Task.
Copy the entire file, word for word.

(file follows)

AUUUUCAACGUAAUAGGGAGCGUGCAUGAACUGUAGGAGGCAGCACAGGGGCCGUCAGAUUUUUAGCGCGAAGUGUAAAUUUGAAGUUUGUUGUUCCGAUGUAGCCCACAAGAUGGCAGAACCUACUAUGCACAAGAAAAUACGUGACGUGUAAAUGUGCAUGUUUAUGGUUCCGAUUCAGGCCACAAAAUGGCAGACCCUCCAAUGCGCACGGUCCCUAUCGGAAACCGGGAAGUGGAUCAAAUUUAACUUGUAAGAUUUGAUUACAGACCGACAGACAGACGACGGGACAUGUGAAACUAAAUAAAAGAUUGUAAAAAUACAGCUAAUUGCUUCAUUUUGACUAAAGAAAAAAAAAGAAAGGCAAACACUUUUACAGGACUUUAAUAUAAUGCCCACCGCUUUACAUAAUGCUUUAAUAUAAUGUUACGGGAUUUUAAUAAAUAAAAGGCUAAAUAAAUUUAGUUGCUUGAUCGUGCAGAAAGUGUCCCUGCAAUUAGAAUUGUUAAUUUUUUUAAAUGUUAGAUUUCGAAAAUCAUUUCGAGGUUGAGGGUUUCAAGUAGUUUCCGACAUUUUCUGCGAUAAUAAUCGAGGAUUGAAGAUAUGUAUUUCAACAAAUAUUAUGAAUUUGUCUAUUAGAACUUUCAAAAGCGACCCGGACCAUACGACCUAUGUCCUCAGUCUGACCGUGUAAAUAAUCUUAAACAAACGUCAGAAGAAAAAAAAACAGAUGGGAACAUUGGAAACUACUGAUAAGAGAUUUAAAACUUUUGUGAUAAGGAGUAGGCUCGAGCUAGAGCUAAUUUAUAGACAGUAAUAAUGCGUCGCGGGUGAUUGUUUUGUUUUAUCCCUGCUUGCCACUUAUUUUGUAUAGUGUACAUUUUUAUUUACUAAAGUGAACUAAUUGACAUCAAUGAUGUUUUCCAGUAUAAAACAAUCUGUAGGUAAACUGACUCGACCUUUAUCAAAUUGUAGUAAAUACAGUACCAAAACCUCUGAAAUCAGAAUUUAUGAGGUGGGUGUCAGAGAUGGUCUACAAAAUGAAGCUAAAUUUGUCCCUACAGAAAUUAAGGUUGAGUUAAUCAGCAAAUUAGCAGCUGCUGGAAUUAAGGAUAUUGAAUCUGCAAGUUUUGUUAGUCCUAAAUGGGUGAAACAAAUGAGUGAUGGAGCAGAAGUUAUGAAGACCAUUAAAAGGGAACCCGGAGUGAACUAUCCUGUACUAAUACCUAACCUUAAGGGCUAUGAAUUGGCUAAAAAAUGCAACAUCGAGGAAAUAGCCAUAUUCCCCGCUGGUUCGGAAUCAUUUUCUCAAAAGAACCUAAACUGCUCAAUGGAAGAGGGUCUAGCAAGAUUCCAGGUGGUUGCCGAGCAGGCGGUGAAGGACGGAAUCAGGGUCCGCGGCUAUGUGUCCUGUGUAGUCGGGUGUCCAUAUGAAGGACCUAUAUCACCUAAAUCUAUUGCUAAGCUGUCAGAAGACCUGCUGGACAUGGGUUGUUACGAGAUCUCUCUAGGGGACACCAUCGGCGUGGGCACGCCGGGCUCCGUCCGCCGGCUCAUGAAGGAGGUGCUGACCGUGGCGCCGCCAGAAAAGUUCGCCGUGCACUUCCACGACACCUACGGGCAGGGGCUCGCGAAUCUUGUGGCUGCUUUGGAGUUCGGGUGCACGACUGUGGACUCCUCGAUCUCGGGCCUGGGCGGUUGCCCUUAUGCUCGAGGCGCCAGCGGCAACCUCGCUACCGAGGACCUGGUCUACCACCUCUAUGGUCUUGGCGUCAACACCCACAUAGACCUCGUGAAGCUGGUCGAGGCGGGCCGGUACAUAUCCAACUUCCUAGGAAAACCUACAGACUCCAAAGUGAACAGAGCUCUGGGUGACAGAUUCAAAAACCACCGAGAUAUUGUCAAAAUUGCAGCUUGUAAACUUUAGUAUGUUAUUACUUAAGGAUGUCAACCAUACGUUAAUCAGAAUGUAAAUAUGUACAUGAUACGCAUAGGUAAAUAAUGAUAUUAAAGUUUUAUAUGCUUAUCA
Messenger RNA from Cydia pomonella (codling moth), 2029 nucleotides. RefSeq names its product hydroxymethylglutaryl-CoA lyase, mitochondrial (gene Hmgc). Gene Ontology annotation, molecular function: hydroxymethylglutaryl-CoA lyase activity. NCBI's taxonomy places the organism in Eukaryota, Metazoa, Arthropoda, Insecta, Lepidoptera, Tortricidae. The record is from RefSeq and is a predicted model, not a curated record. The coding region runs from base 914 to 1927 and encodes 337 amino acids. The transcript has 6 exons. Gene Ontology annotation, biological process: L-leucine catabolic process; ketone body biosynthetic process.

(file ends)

AUUUUCAACGUAAUAGGGAGCGUGCAUGAACUGUAGGAGGCAGCACAGGGGCCGUCAGAUUUUUAGCGCGAAGUGUAAAUUUGAAGUUUGUUGUUCCGAUGUAGCCCACAAGAUGGCAGAACCUACUAUGCACAAGAAAAUACGUGACGUGUAAAUGUGCAUGUUUAUGGUUCCGAUUCAGGCCACAAAAUGGCAGACCCUCCAAUGCGCACGGUCCCUAUCGGAAACCGGGAAGUGGAUCAAAUUUAACUUGUAAGAUUUGAUUACAGACCGACAGACAGACGACGGGACAUGUGAAACUAAAUAAAAGAUUGUAAAAAUACAGCUAAUUGCUUCAUUUUGACUAAAGAAAAAAAAAGAAAGGCAAACACUUUUACAGGACUUUAAUAUAAUGCCCACCGCUUUACAUAAUGCUUUAAUAUAAUGUUACGGGAUUUUAAUAAAUAAAAGGCUAAAUAAAUUUAGUUGCUUGAUCGUGCAGAAAGUGUCCCUGCAAUUAGAAUUGUUAAUUUUUUUAAAUGUUAGAUUUCGAAAAUCAUUUCGAGGUUGAGGGUUUCAAGUAGUUUCCGACAUUUUCUGCGAUAAUAAUCGAGGAUUGAAGAUAUGUAUUUCAACAAAUAUUAUGAAUUUGUCUAUUAGAACUUUCAAAAGCGACCCGGACCAUACGACCUAUGUCCUCAGUCUGACCGUGUAAAUAAUCUUAAACAAACGUCAGAAGAAAAAAAAACAGAUGGGAACAUUGGAAACUACUGAUAAGAGAUUUAAAACUUUUGUGAUAAGGAGUAGGCUCGAGCUAGAGCUAAUUUAUAGACAGUAAUAAUGCGUCGCGGGUGAUUGUUUUGUUUUAUCCCUGCUUGCCACUUAUUUUGUAUAGUGUACAUUUUUAUUUACUAAAGUGAACUAAUUGACAUCAAUGAUGUUUUCCAGUAUAAAACAAUCUGUAGGUAAACUGACUCGACCUUUAUCAAAUUGUAGUAAAUACAGUACCAAAACCUCUGAAAUCAGAAUUUAUGAGGUGGGUGUCAGAGAUGGUCUACAAAAUGAAGCUAAAUUUGUCCCUACAGAAAUUAAGGUUGAGUUAAUCAGCAAAUUAGCAGCUGCUGGAAUUAAGGAUAUUGAAUCUGCAAGUUUUGUUAGUCCUAAAUGGGUGAAACAAAUGAGUGAUGGAGCAGAAGUUAUGAAGACCAUUAAAAGGGAACCCGGAGUGAACUAUCCUGUACUAAUACCUAACCUUAAGGGCUAUGAAUUGGCUAAAAAAUGCAACAUCGAGGAAAUAGCCAUAUUCCCCGCUGGUUCGGAAUCAUUUUCUCAAAAGAACCUAAACUGCUCAAUGGAAGAGGGUCUAGCAAGAUUCCAGGUGGUUGCCGAGCAGGCGGUGAAGGACGGAAUCAGGGUCCGCGGCUAUGUGUCCUGUGUAGUCGGGUGUCCAUAUGAAGGACCUAUAUCACCUAAAUCUAUUGCUAAGCUGUCAGAAGACCUGCUGGACAUGGGUUGUUACGAGAUCUCUCUAGGGGACACCAUCGGCGUGGGCACGCCGGGCUCCGUCCGCCGGCUCAUGAAGGAGGUGCUGACCGUGGCGCCGCCAGAAAAGUUCGCCGUGCACUUCCACGACACCUACGGGCAGGGGCUCGCGAAUCUUGUGGCUGCUUUGGAGUUCGGGUGCACGACUGUGGACUCCUCGAUCUCGGGCCUGGGCGGUUGCCCUUAUGCUCGAGGCGCCAGCGGCAACCUCGCUACCGAGGACCUGGUCUACCACCUCUAUGGUCUUGGCGUCAACACCCACAUAGACCUCGUGAAGCUGGUCGAGGCGGGCCGGUACAUAUCCAACUUCCUAGGAAAACCUACAGACUCCAAAGUGAACAGAGCUCUGGGUGACAGAUUCAAAAACCACCGAGAUAUUGUCAAAAUUGCAGCUUGUAAACUUUAGUAUGUUAUUACUUAAGGAUGUCAACCAUACGUUAAUCAGAAUGUAAAUAUGUACAUGAUACGCAUAGGUAAAUAAUGAUAUUAAAGUUUUAUAUGCUUAUCA
Messenger RNA from Cydia pomonella (codling moth), 2029 nucleotides. RefSeq names its product hydroxymethylglutaryl-CoA lyase, mitochondrial (gene Hmgc). Gene Ontology annotation, molecular function: hydroxymethylglutaryl-CoA lyase activity. NCBI's taxonomy places the organism in Eukaryota, Metazoa, Arthropoda, Insecta, Lepidoptera, Tortricidae. The record is from RefSeq and is a predicted model, not a curated record. The coding region runs from base 914 to 1927 and encodes 337 amino acids. The transcript has 6 exons. Gene Ontology annotation, biological process: L-leucine catabolic process; ketone body biosynthetic process.